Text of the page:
Famed pickup stolen, recovered
A pair of thieves might want to think again before stealing what may be the most iconic vehicle in Iola history.
Marv Smith, Iola’s long-time cross country coach, reported the theft of his 1971 Chevrolet pickup from his garage Sunday morning.
By Sunday afternoon — aided by hundreds of shares on Facebook, and scattered eye-witness accounts of seeing the young suspects in the missing vehicle — Smith’s pickup was spotted parked in front of a house in Prescott.
The two thieves, whose names have not been released, apparently traded in the pickup for a separate vehicle by the time they were arrested, Smith said.
“It’s just amazing how fast word spread,” Smith told the Register.
Smith limits his usage of the pickup for cross country season because of its age, and its propensity to break down at inopportune moments.
However, he and some of his students were assisting with a company picnic for Gates Corporation over the weekend, so Smith figured he would use his old pickup to haul supplies.
The pickup is parked in an open garage.
He admits usually leaving his keys on the floorboard, and in checking to make sure the old truck would fire up, Smith noticed his keys were missing Friday morning.
“That’s when I knew somebody had messed with it,” he said.
A cursory check found nothing else missing, so Smith declined to report the missing keys to police, and instead used his regular pickup for the picnic.
By Sunday morning, however, whoever had taken the keys had returned and helped themselves to the vehicle.
“I went out to the garage and it was gone,” Smith said.
A neighbor, who had spotted two people milling around Smith’s garage a few days earlier, reported the findings.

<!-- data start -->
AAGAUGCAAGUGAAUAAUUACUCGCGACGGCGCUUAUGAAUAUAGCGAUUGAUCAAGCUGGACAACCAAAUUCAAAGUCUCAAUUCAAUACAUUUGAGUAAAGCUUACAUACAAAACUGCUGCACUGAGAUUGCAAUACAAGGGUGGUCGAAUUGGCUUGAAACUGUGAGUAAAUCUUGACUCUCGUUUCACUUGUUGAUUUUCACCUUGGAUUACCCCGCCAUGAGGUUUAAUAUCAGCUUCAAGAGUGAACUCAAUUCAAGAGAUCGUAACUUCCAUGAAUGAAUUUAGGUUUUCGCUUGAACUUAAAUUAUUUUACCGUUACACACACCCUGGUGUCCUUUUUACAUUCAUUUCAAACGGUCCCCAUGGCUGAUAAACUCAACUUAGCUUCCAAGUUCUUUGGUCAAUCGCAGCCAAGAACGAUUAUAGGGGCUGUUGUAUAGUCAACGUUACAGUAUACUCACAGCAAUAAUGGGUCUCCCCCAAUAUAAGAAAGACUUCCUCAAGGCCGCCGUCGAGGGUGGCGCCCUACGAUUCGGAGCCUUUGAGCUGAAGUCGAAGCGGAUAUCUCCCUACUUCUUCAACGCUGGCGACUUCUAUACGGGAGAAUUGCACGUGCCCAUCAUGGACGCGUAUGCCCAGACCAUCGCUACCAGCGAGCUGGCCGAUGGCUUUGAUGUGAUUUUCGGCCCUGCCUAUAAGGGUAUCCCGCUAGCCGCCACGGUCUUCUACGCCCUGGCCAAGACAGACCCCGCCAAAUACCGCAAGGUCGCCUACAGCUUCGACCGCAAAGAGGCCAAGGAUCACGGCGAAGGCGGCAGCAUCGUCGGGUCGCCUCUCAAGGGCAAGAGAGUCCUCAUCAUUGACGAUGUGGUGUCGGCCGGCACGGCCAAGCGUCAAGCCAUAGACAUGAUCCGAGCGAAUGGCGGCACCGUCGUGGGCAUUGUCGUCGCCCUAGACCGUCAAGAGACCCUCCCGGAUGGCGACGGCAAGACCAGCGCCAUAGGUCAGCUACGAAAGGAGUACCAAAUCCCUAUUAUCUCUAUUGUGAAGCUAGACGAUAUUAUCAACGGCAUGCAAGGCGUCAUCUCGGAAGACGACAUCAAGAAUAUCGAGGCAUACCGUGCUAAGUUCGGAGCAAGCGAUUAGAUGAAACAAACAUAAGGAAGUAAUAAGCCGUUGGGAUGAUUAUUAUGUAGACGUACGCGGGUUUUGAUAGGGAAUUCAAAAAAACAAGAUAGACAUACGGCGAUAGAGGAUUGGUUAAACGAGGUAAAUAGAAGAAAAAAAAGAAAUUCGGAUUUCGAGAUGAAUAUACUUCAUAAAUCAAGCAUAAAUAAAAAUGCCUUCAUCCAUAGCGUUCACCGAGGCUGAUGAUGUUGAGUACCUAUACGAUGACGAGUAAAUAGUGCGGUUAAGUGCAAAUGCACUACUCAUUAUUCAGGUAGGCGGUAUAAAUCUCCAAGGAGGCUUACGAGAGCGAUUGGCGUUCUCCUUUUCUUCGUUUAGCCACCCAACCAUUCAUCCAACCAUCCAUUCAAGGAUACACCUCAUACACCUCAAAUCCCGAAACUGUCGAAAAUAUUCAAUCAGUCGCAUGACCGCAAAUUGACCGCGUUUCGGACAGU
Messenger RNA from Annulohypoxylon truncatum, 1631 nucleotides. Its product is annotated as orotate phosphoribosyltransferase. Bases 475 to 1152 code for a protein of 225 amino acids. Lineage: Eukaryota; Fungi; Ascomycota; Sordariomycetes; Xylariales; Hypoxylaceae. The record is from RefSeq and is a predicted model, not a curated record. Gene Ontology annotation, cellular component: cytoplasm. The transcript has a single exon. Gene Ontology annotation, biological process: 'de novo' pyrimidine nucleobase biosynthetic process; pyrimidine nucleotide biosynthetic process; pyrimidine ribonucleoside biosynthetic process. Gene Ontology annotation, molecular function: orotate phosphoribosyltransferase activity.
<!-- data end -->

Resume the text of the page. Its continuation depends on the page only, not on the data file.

Another witness saw them as they were leaving the alley behind his house, Smith said.
“At first he thought I was driving, but then he saw them hit the curb as they were leaving,” Smith said. “He just thought, ‘Wow, Marv is letting just about anybody drive his truck.’”
Another former runner of Smith’s — he’s coached cross country and track for more than 50 years — spotted the pickup going eastbound on U.S. 54 in Gas.
Descriptions of the two suspects matched in all three instances, Smith noted.
By then, word had spread via social media, with hundreds of Facebook shares and photos of the old Chevy.
Then came word a few hours later that the pickup had been found in Prescott, about 20 miles north of Fort Scott, but with the keys still missing.
Although Smith is relieved to have recovered the pickup, his hopes of finding the keys lie with the man to whom the two thieves attempted to trade vehicles.
Otherwise, he’ll have to find a mechanic to replace the ignition mechanism.
“And then I’ll still have to hope it starts,” Smith joked. “I’m afraid they drove it so far and so fast, it’ll blow the engine.”
The 1971 Chevy has been nicknamed Sheridan (Larson) Brull, in honor of one of Smith’s former runners, who years ago used the vehicle for her senior photo shoot.